Multivariate analysis of physiological parameters reveals a consistent O3 response pattern in leaves of adult European beech (Fagus sylvatica)

Authors

  • Markus Löw,

    1. Melbourne School of Land and Environment, Department of Forest and Ecosystem Science, University of Melbourne, Water Street, Creswick, Victoria 3363, Australia
    2. Ecophysiology of Plants, Technische Universität München, Von-Carlowitz-Platz 2, 85354 Freising, Germany
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  • Gaby Deckmyn,

    1. Research Group of Plant and Vegetation Ecology, Department of Biology, University of Antwerp, Universiteitsplein 1, B-2610 Wilrijk, Belgium
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  • Maarten Op de Beeck,

    1. Research Group of Plant and Vegetation Ecology, Department of Biology, University of Antwerp, Universiteitsplein 1, B-2610 Wilrijk, Belgium
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  • Manuela C. Blumenröther,

    1. Phytopathology of Woody Plants, Technische Universität München, Von-Carlowitz-Platz 2, 85354 Freising, Germany
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  • Wolfgang Oßwald,

    1. Phytopathology of Woody Plants, Technische Universität München, Von-Carlowitz-Platz 2, 85354 Freising, Germany
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  • Maria Alexou,

    1. Institute of Forest Botany and Tree Physiology, Chair of Tree Physiology, Albert Ludwigs Universität, Georges-Köhler-Allee 053/054, 79110 Freiburg, Germany
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  • Sascha Jehnes,

    1. Institute of Forest Botany and Tree Physiology, Chair of Tree Physiology, Albert Ludwigs Universität, Georges-Köhler-Allee 053/054, 79110 Freiburg, Germany
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  • Kristine Haberer,

    1. Institute of Forest Botany and Tree Physiology, Chair of Tree Physiology, Albert Ludwigs Universität, Georges-Köhler-Allee 053/054, 79110 Freiburg, Germany
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  • Heinz Rennenberg,

    1. Institute of Forest Botany and Tree Physiology, Chair of Tree Physiology, Albert Ludwigs Universität, Georges-Köhler-Allee 053/054, 79110 Freiburg, Germany
    2. King Saud University, PO Box 2454, Riyadh 11451, Saudi Arabia
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  • Karin Herbinger,

    1. Institut für Pflanzenwissenschaften, Universität Graz, Schubertstraße 51, 8010 Graz, Austria
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  • Karl-Heinz Häberle,

    1. Ecophysiology of Plants, Technische Universität München, Von-Carlowitz-Platz 2, 85354 Freising, Germany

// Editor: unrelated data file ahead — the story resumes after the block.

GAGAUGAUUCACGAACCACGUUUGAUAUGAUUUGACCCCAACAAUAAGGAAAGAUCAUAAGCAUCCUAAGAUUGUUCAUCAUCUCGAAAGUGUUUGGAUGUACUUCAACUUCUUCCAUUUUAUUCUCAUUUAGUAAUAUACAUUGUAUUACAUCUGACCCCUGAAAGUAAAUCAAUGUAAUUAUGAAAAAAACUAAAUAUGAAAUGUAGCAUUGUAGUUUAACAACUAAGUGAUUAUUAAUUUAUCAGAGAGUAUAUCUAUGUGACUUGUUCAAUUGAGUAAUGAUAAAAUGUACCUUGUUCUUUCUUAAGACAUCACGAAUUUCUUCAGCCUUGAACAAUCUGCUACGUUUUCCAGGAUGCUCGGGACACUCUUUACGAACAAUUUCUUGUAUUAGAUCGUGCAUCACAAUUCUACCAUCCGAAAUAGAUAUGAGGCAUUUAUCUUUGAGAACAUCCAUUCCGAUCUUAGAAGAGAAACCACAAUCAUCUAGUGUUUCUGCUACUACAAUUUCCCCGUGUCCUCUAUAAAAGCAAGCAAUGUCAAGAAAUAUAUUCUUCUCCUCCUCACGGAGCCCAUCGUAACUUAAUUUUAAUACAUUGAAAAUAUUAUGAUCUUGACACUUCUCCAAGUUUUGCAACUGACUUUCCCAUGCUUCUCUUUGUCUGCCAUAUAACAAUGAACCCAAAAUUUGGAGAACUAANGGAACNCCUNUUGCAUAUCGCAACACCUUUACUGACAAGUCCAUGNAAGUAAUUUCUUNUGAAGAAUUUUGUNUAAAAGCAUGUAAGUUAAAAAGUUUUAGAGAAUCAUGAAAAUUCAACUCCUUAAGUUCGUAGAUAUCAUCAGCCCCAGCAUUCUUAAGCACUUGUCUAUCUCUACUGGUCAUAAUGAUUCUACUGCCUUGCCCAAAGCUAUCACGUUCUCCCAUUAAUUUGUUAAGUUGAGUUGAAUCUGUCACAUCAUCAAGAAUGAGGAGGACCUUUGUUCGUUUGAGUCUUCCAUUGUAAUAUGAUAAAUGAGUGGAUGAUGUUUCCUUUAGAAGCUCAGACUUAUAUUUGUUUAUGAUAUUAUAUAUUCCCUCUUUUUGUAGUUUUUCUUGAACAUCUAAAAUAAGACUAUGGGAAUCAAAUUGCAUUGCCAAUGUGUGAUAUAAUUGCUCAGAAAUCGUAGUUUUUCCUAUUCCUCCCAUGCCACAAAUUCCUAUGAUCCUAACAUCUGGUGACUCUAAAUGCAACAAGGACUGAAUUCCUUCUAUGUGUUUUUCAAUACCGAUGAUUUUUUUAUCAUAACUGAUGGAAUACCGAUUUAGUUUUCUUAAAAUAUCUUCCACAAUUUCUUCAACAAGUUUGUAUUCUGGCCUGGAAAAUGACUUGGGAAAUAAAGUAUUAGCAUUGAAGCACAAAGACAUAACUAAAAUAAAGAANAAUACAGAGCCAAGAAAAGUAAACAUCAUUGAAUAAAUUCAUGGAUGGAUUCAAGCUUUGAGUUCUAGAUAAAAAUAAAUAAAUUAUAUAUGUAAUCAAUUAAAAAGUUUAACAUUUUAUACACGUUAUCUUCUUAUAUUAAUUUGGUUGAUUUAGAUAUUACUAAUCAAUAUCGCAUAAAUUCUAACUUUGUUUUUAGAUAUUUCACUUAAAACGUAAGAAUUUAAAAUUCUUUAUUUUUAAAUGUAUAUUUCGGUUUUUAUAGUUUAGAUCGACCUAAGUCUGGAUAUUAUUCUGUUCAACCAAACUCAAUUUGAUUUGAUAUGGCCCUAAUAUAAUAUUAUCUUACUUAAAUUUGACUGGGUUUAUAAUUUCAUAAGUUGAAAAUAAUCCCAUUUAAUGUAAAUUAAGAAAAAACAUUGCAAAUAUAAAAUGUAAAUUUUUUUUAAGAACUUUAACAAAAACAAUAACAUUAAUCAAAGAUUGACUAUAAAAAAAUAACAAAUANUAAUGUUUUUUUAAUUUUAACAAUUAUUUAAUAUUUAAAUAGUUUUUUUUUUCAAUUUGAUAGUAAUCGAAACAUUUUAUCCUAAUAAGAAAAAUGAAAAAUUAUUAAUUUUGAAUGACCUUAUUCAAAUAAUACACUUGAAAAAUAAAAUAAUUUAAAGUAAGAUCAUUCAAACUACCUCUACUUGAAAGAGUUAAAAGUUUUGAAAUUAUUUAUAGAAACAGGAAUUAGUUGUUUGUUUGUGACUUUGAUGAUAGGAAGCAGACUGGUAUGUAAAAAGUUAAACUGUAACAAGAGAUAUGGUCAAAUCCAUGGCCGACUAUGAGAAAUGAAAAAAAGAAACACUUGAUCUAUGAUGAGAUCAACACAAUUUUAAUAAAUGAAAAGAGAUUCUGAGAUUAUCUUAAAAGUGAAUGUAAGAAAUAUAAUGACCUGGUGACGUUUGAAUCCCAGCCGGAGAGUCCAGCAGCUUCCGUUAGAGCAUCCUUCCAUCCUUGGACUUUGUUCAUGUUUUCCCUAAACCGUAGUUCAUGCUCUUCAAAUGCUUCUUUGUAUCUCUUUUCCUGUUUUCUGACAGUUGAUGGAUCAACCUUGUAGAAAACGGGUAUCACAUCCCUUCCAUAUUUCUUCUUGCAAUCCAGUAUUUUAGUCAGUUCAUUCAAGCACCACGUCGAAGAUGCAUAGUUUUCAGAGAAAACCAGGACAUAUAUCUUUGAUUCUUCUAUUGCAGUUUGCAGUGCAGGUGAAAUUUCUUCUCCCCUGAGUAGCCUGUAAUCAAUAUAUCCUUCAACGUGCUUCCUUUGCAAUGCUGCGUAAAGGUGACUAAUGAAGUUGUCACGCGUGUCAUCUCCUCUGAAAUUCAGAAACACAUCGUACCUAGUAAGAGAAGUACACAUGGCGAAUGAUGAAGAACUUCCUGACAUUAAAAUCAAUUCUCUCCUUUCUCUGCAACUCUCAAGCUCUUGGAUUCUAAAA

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  • Günther Bahnweg,

    1. Institute of Biochemical Plant Pathology, Helmholtz Zentrum München, National Research Centre for Environment and Health, Ingolstädter Landstraße 1, 85764 Neuherberg, Germany
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  • David Hanke,

    1. Department of Plant Sciences, University of Cambridge, Downing Street, Cambridge CB2 3EA, UK
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  • Gerhard Wieser,

    1. Institut für Naturgefahren und Waldgrenzregionen, Alpine Waldgrenzregionen, Hofburg 1 A-6020, Innsbruck, Austria
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  • Reinhart Ceulemans,

    1. Research Group of Plant and Vegetation Ecology, Department of Biology, University of Antwerp, Universiteitsplein 1, B-2610 Wilrijk, Belgium
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  • Rainer Matyssek,

    1. Ecophysiology of Plants, Technische Universität München, Von-Carlowitz-Platz 2, 85354 Freising, Germany
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  • Michael Tausz

    1. Melbourne School of Land and Environment, Department of Forest and Ecosystem Science, University of Melbourne, Water Street, Creswick, Victoria 3363, Australia
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Author for correspondence:
Markus Löw
Tel: +61 3 5321 4309
Email: loew@mytum.de

Summary

  • Increasing atmospheric concentrations of phytotoxic ozone (O3) can constrain growth and carbon sink strength of forest trees, potentially exacerbating global radiative forcing. Despite progress in the conceptual understanding of the impact of O3 on plants, it is still difficult to detect response patterns at the leaf level.
  • Here, we employed principal component analysis (PCA) to analyse a database containing physiological leaf-level parameters of 60-yr-old Fagus sylvatica (European beech) trees. Data were collected over two climatically contrasting years under ambient and twice-ambient O3 regimes in a free-air forest environment.
  • The first principal component (PC1) of the PCA was consistently responsive to O3 and crown position within the trees over both years. Only a few of the original parameters showed an O3 effect. PC1 was related to parameters indicative of oxidative stress signalling and changes in carbohydrate metabolism. PC1 correlated with cumulative O3 uptake over preceding days.
  • PC1 represents an O3-responsive multivariate pattern detectable in the absence of consistently measurable O3 effects on individual leaf-level parameters. An underlying effect of O3 on physiological processes is indicated, providing experimental confirmation of theoretical O3 response patterns suggested previously.

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